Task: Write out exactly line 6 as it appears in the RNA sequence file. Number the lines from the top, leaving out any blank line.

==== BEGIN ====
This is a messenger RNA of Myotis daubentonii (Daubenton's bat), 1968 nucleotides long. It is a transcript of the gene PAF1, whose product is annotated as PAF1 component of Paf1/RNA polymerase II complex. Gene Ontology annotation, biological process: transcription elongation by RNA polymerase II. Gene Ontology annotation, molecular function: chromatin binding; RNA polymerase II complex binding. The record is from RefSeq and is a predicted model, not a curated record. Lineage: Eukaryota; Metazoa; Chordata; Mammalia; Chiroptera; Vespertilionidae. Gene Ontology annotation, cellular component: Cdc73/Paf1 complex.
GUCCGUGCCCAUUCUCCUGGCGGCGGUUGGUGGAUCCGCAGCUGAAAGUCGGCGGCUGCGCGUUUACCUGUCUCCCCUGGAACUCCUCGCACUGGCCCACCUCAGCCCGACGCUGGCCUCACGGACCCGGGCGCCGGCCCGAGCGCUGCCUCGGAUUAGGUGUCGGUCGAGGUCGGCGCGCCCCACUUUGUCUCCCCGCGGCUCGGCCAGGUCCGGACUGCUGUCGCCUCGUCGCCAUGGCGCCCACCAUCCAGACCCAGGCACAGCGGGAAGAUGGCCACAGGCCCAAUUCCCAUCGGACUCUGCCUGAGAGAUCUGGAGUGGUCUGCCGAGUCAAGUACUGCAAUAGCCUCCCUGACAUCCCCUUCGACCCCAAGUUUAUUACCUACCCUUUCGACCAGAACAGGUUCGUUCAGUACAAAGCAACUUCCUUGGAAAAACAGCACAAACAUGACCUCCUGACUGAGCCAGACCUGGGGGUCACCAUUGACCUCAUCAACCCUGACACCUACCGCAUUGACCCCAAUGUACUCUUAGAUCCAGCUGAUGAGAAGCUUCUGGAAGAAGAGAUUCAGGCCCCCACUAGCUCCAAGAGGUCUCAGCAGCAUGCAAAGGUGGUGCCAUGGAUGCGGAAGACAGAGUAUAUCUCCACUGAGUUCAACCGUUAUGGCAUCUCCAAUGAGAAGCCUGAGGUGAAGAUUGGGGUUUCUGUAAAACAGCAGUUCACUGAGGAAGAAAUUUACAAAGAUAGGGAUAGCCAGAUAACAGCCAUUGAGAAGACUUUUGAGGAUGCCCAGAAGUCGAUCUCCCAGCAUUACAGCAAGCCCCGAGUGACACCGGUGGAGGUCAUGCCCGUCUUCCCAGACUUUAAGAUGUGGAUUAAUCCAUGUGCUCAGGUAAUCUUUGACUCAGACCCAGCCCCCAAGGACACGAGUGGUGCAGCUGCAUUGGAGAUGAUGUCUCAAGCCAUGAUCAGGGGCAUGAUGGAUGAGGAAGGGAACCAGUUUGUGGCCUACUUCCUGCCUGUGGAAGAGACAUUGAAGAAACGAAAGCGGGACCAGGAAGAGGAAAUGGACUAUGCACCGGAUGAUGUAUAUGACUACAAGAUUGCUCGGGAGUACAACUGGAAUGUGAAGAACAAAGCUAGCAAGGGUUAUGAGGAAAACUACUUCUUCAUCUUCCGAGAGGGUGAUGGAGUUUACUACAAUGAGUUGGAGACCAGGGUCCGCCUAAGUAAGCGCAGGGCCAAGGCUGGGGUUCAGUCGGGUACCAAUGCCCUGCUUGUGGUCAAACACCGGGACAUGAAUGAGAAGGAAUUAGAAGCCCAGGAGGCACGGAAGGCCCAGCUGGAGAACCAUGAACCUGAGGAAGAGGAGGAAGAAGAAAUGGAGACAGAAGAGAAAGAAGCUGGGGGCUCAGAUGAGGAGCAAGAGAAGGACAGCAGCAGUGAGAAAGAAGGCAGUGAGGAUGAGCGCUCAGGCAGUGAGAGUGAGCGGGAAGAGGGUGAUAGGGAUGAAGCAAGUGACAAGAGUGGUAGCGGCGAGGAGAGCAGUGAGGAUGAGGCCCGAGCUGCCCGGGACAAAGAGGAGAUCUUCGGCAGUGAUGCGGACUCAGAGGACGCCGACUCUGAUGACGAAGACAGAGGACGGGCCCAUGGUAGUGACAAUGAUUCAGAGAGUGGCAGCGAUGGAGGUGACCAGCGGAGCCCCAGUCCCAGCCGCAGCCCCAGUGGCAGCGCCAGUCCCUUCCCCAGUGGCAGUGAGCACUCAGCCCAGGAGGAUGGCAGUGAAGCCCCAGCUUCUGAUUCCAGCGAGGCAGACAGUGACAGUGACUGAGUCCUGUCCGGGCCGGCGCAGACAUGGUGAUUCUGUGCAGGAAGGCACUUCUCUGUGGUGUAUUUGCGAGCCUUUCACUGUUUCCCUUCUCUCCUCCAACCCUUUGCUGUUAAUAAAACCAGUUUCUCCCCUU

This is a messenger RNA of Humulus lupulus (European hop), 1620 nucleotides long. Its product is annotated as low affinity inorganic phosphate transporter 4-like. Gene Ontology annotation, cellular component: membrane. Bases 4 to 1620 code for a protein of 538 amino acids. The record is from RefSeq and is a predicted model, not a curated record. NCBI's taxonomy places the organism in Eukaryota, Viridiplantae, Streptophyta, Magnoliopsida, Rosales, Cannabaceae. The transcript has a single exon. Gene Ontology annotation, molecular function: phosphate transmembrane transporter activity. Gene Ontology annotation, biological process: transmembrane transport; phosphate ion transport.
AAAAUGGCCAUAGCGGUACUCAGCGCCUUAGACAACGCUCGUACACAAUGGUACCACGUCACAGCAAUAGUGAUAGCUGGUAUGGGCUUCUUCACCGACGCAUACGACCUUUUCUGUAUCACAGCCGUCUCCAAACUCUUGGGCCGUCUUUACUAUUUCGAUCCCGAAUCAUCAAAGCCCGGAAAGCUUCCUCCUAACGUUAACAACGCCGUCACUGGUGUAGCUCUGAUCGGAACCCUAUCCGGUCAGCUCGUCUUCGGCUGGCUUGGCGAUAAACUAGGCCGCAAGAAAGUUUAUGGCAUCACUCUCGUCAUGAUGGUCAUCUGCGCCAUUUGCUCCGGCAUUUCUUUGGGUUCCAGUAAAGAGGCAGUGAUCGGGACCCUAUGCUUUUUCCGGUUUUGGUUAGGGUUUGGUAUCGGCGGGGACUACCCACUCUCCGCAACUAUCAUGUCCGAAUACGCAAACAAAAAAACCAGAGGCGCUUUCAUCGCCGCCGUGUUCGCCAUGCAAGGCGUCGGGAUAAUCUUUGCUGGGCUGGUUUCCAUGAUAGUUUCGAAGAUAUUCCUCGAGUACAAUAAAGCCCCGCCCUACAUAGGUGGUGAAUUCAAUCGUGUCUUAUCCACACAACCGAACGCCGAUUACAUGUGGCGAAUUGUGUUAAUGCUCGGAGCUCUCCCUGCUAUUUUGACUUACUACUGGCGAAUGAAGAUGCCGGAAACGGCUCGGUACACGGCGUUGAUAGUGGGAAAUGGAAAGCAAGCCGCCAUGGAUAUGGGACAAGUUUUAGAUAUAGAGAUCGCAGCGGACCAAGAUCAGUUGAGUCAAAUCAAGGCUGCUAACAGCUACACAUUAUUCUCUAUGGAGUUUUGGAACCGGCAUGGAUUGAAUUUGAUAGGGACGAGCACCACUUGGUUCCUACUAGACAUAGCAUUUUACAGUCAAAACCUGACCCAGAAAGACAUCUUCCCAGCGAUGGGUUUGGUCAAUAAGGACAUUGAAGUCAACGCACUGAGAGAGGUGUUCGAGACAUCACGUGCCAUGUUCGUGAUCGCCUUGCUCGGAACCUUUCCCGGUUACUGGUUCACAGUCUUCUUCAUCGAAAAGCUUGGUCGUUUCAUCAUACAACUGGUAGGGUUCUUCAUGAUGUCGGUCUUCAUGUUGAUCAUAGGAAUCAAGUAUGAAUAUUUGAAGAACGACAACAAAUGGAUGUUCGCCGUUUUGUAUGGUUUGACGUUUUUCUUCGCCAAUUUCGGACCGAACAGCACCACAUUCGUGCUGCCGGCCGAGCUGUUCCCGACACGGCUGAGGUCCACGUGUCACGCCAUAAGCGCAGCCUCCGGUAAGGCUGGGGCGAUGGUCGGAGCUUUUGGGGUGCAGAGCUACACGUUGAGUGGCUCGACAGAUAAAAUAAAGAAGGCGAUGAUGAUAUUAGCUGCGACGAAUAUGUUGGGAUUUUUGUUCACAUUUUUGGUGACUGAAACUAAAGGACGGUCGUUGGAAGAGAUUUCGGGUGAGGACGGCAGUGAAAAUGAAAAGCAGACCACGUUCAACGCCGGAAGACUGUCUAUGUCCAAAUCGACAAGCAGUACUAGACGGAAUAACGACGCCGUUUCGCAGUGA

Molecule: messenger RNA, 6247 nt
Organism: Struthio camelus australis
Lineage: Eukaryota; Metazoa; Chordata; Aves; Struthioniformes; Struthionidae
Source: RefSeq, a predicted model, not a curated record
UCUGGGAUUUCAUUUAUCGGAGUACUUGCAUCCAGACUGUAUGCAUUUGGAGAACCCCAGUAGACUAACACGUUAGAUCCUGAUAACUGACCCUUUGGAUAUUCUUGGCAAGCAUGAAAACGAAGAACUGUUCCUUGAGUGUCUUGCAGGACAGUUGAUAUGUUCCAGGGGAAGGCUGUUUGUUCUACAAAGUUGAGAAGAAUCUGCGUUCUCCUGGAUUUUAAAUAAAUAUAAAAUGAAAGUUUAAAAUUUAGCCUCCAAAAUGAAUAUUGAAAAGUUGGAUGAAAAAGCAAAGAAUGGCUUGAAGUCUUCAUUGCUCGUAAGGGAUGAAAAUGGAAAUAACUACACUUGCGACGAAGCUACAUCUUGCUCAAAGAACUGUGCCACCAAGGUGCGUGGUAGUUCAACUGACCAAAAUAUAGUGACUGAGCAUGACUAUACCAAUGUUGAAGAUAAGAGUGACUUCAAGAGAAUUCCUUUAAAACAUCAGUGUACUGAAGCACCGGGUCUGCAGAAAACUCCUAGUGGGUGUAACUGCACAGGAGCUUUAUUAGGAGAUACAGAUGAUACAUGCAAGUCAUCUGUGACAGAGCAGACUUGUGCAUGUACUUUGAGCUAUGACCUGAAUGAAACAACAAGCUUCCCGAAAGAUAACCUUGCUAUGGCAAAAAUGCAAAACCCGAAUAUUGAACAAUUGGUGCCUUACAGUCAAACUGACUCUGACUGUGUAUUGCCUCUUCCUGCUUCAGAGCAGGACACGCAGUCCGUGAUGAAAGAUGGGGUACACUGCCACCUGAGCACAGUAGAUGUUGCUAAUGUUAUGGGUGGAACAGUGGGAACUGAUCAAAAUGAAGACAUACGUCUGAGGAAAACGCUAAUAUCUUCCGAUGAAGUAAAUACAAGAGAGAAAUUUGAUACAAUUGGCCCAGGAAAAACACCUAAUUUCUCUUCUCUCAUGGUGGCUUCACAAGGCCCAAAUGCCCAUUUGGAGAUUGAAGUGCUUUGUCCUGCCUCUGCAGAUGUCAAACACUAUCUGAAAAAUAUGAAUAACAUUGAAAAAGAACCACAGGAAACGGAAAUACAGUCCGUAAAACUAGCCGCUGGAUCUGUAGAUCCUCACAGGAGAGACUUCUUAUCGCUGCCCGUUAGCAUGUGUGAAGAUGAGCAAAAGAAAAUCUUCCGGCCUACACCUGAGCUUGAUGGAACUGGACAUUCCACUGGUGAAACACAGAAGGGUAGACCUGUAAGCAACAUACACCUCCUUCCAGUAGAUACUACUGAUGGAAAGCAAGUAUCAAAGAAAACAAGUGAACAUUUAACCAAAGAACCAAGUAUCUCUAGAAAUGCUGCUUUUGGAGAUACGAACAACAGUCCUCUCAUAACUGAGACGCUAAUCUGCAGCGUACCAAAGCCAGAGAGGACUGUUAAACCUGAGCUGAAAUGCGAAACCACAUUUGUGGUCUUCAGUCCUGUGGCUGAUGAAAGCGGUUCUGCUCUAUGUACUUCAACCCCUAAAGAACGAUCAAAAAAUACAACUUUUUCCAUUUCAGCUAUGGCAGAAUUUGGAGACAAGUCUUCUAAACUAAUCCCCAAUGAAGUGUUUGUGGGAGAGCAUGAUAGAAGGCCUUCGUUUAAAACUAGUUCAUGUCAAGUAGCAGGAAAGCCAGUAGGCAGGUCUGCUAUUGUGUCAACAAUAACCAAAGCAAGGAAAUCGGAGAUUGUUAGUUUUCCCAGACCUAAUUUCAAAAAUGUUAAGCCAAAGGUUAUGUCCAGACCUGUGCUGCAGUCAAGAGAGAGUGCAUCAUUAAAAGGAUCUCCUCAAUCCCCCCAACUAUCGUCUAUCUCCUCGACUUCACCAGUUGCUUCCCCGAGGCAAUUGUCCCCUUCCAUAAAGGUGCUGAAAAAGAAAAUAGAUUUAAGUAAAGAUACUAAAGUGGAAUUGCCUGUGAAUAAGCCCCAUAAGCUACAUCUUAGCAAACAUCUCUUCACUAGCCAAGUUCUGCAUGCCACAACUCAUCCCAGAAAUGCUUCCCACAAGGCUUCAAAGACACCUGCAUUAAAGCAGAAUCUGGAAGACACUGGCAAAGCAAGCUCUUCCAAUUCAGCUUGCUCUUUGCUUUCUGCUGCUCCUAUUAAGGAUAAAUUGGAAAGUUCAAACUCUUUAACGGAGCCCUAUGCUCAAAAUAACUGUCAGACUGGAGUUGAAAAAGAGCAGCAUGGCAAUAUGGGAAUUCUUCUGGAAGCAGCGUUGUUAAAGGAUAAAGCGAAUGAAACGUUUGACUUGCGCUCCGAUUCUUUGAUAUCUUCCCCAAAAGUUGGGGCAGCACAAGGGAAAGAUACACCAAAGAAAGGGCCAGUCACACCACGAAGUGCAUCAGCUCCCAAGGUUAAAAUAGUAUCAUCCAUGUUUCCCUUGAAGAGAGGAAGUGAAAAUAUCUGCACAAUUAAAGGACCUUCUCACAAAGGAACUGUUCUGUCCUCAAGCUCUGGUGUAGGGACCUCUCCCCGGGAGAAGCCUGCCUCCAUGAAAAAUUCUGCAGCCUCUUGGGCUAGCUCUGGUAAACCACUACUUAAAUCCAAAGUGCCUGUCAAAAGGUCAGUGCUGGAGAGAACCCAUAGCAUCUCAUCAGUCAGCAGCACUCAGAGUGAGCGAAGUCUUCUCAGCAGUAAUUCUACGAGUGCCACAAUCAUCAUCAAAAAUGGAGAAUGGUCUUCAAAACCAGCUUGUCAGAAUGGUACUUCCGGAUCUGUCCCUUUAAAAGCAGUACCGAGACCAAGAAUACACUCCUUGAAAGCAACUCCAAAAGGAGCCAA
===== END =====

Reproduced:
Organism: Struthio camelus australis